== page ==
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Guest: Dylan Taylor; Topics" Comprehensive commercial space sector and business analysis with company examples, trends, risks, economics, and more. Please direct all comments and questions regarding specific Space Show programs & guest(s) to the Space Show blog which is part of archived program on our website, www.thespaceshow.com. Comments and questions should be relevant to the specific Space Show program. Written Transcripts of Space Show programs are a violation of our copyright and are not permitted without prior written consent, even if for your own use. We do not permit the commercial use of Space Show programs or any part thereof, nor do we permit editing, YouTube clips, or clips placed on other private channels & websites. Space Show programs can be quoted, but the quote must be cited or referenced using the proper citation format. Contact The Space Show for further information. In addition, please remember that your Amazon purchases can help support The Space Show/OGLF. See www.onegiantleapfoundation.org/amazon.htm.
We welcomed back to the show Dylan Taylor for a comprehensive 90 minute two segment discussion about commercial space business, various successful space business sectors, investing, risk taking, policy making, analysis, economics, entrepreneurship and much more. During the first segment of our program, Dylan identified two sector that were enjoying success. The launch industry was one such segment and the other was Earth observation. He further broke down the two sectors into sub-sectors. For example, regarding launch, he said that cost was not always the primary concern, a fact he explained in detail. Other serious concerns for launch included safety & reliability along with availability or routine, reliable service. For Earth observation, he talked about both hardware and software, pointing out that there were bottlenecks in the downlink of data services, a topic he discussed in detail. Don't miss what he had to say about these two sectors and their components as we spent considerable time in the first segment discussing these topics. Dylan mentioned specific companies in these sectors so take note as you now have businesses to follow.
One of the questions I asked Dylan was about this interest in space entrepreneurs as well as advocates to "save the world" as I like to say. Dylan knew what I was referring to and talked about the need for space businesses to have a practical approach because the economic concerns are the priority for the investors. Capital flows were important to understand, not necessarily the rhetoric. To me, this was an interesting discussion since I hear the save the world theme so often. Let us know what you think by posting your comments on the blog.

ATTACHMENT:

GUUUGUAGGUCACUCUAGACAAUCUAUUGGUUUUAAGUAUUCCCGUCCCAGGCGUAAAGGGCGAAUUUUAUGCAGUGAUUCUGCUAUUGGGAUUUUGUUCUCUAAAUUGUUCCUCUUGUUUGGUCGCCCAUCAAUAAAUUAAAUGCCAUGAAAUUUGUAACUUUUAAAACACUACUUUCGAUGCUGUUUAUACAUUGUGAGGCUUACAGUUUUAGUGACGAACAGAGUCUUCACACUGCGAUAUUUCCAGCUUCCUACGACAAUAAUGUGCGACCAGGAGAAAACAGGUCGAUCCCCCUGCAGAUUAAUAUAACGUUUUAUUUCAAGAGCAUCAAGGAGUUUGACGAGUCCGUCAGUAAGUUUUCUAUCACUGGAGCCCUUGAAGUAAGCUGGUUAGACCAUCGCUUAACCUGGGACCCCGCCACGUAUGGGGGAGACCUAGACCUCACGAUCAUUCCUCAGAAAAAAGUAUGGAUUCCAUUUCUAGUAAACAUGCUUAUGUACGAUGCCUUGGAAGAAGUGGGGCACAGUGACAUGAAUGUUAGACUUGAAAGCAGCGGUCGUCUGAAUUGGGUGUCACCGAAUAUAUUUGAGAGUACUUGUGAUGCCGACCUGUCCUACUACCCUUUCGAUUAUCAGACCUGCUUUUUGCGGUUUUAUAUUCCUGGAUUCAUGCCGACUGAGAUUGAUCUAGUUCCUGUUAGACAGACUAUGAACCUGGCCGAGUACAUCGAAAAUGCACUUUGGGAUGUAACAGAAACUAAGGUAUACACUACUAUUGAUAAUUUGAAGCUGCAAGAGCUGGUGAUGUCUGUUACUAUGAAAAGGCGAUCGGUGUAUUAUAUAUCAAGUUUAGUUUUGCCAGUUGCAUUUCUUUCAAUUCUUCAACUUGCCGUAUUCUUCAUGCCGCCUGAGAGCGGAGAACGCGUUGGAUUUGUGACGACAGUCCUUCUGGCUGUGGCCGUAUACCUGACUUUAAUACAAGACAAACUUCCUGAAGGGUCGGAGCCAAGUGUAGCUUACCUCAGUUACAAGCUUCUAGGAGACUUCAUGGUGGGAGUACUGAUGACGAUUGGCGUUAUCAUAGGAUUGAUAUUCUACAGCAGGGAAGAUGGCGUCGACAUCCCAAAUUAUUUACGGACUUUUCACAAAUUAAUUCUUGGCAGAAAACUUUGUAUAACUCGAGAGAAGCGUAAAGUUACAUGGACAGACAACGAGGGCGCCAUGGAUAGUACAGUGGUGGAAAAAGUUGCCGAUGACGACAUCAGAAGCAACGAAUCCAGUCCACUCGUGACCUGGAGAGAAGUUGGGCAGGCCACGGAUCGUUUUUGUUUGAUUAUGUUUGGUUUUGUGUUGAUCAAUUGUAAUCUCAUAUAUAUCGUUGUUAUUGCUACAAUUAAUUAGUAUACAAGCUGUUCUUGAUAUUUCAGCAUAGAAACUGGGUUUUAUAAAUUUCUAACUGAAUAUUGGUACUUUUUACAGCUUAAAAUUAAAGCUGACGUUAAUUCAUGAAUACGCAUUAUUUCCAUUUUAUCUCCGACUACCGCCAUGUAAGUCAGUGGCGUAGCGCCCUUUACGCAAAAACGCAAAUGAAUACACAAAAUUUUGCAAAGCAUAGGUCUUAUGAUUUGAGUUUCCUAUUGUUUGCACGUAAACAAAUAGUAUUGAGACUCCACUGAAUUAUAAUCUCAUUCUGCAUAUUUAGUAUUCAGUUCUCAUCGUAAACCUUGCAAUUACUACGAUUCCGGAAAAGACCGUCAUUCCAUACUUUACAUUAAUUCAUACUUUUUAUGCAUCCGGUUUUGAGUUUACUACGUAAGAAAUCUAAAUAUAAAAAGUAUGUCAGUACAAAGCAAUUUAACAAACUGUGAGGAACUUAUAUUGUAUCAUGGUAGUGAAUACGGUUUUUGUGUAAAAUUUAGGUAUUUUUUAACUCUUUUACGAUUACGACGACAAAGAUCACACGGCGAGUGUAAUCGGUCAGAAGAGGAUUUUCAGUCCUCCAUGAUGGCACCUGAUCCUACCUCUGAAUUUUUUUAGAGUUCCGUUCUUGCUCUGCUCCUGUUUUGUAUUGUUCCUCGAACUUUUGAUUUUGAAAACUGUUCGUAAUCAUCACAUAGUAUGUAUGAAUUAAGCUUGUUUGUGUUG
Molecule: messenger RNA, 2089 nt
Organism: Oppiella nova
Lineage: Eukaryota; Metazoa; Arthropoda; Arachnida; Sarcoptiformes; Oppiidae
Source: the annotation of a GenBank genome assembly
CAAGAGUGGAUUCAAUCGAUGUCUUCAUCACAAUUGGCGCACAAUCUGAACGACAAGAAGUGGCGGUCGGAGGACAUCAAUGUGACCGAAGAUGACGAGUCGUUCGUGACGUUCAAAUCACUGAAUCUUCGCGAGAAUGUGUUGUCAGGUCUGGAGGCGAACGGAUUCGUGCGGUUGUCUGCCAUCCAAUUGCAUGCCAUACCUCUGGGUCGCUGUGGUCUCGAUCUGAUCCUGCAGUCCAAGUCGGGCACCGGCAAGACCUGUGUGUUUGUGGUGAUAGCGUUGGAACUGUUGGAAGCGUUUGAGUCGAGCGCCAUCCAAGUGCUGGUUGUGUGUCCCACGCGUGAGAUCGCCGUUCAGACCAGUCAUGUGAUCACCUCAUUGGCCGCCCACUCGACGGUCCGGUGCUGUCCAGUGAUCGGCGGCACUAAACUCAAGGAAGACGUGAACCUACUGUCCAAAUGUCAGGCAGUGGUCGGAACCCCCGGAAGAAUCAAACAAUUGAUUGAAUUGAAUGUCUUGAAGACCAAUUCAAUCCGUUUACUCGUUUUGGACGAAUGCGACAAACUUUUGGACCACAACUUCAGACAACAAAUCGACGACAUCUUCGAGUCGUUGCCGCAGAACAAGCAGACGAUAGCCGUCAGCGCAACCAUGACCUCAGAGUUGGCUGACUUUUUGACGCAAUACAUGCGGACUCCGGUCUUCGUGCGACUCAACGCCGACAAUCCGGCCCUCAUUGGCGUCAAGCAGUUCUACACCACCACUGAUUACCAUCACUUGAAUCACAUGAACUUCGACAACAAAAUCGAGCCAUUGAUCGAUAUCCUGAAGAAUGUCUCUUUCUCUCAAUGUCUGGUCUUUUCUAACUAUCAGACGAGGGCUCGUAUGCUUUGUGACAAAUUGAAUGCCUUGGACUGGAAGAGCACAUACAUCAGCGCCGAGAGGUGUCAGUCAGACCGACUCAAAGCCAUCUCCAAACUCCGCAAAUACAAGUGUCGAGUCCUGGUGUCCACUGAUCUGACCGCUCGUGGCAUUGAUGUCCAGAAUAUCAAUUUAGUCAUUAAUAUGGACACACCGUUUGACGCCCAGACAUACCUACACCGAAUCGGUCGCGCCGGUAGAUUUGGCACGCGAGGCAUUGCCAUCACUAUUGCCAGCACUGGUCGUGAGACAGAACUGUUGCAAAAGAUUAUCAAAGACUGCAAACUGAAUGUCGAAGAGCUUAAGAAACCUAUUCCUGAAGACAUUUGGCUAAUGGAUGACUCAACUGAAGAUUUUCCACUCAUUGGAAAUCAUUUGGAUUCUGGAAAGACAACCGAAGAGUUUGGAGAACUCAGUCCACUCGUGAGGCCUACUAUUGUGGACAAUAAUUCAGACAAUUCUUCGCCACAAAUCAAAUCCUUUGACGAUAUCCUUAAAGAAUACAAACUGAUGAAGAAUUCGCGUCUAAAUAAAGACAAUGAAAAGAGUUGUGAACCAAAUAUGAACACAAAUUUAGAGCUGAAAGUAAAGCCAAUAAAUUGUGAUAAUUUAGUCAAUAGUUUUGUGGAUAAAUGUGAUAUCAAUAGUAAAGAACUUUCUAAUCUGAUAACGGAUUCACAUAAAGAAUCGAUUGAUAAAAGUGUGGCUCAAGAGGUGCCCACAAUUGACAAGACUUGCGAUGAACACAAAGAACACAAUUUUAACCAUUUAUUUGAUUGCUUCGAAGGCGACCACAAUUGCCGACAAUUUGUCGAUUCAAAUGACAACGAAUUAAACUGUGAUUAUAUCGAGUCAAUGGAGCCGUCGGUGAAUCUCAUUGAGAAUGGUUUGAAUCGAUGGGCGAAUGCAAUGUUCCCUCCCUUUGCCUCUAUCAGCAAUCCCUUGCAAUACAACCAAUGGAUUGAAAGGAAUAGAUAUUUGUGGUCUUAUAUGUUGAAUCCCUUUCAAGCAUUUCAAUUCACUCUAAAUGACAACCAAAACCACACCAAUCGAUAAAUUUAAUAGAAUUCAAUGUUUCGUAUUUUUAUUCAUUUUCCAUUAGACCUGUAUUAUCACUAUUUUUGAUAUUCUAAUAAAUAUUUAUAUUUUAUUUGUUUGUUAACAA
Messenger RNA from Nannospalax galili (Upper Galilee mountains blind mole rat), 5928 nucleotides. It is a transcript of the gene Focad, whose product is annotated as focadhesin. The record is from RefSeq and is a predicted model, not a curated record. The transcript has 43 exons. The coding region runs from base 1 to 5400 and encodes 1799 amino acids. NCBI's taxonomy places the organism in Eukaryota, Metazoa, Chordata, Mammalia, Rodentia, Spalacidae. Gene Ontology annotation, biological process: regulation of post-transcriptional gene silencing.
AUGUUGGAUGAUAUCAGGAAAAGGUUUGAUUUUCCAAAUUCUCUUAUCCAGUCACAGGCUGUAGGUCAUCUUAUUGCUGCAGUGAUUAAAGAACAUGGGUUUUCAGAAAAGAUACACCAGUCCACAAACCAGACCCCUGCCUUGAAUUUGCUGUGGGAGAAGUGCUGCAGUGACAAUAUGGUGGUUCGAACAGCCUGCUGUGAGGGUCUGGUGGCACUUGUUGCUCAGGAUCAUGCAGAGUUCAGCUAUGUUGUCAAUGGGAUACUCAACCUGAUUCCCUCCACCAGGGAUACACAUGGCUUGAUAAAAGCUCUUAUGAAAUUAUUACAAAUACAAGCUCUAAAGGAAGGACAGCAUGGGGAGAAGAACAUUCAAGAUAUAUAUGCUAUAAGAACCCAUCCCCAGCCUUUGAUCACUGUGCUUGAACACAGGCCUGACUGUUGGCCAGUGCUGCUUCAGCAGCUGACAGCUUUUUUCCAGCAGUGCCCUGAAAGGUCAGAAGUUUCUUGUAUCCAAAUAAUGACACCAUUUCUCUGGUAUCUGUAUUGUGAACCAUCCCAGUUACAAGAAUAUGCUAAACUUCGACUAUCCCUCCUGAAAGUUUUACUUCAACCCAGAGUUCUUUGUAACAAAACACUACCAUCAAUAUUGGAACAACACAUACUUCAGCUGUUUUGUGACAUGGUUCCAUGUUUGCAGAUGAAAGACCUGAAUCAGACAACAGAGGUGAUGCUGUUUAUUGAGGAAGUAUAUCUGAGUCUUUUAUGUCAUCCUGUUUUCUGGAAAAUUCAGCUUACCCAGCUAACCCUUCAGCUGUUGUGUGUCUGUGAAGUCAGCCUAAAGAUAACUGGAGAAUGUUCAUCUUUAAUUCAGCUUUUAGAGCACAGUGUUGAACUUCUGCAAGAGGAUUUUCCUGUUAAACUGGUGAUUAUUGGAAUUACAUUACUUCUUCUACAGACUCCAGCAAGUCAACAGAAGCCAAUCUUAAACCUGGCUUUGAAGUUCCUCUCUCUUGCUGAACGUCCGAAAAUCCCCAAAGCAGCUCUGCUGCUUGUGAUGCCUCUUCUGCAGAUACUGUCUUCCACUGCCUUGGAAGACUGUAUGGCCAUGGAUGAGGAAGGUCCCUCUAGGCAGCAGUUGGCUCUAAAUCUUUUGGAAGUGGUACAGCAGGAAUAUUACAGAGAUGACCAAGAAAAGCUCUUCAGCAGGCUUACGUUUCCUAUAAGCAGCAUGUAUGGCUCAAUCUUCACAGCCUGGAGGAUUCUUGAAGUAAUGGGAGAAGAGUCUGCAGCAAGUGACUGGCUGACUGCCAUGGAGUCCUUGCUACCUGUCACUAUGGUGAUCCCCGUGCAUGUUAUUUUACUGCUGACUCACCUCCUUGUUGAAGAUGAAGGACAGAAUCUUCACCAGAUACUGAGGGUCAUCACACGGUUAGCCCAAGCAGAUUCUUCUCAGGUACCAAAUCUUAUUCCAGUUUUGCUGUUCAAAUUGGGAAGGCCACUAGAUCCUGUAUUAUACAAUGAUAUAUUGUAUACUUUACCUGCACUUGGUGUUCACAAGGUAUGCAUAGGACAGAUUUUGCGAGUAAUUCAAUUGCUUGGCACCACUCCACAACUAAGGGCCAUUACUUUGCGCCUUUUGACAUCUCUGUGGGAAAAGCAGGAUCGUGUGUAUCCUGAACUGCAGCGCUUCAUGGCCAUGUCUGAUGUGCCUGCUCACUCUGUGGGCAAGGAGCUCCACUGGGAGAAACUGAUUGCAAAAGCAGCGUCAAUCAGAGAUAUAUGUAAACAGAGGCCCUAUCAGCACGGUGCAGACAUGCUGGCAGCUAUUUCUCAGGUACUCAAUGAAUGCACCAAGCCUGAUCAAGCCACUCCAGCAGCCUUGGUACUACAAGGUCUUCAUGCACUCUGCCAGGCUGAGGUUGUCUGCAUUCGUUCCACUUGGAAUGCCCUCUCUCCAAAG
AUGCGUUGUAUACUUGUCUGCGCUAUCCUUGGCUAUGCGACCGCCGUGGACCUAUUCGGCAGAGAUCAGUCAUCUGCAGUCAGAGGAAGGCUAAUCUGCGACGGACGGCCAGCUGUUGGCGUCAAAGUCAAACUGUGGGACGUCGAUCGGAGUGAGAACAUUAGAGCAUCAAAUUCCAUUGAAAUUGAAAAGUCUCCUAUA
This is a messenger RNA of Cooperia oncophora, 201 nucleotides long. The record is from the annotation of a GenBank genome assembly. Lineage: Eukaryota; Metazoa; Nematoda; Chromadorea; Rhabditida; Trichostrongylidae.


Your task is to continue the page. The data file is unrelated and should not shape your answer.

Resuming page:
Ted asked a question about human spaceflight making money. Dylan said there were emerging opportunities and mentioned World View, Blue Origin, spaceflight travel, space tourism, and the potential emergence of private space stations. Along the same lines, Dylan was asked about space settlement. He addressed this subject from a variety of commercial space business potentials so don't miss what he had to say. A few times during our show Dylan referred to the Moon as the 8th continent, prime for economic development.
Cislunar transportation was another topic. We talked about it in terms of a private sector opportunity or a Public-Private Partnership. Our guest had much to say on this topic so again, listen up. You do not want to miss what he said about cislunar economic possibilities. Before the segment ended, I asked Dylan about commercial space and entrepreneurship outside the U.S. Dylan has a global business so he had much to say on this topic.
In the second segment, we talked about economic, market, policy, and regulatory vulnerabilities for the new commercial space industry. When asked for key factors we should look for to best determine trends and directions for the industry, Dylan talked about inconsistency. For example, if there was no economic viability, that would be an inconsistency. He explained this concept in detail so do pay careful attention to this important discussion.
Adrian sent in two questions during this segment. His first was about Dylan seeing viable EmDrive or advanced propulsion business plans. Dylan's reply was full of surprises. Make sure you hear what our guest said about this and I bet you are surprised. Before the segment ended, Adrian also asked if there were robotic plans to expand on orbit systems and platforms into more capable systems to solves SAR or multispectral issues talked about earlier in the show. Briefly, Dylan said yes but listen to his comments on this as the program came to an end.
Other topics brought up in this segment included deep space mining with timelines and ROI potentials., plus policy and regulatory risks around possible Outer Space Treaty issues and teams. An interesting point brought up by Dylan was the trend for and the need commercial basic science. He talked about academics doing this and the new program at the Colorado School of Mines (www.parabolicarc.com/2017/08/11/colorado-school-mines-launches-space-resources-graduate-program). Space debris issues was a potential target for this effort.
Before the show ended, I asked Dylan what he thought commercial space would look like in ten years. I also asked if there was one turning point issue in recent years that may be responsible for jump starting the new commercial industry. He pointed to reusability. In his summary comments, he pointed out that the industry was still a risky venture.
Please post your comments/questions on TSS blog for this show. You can reach Dylan Taylor through me or his website, http://dylantaylor.org.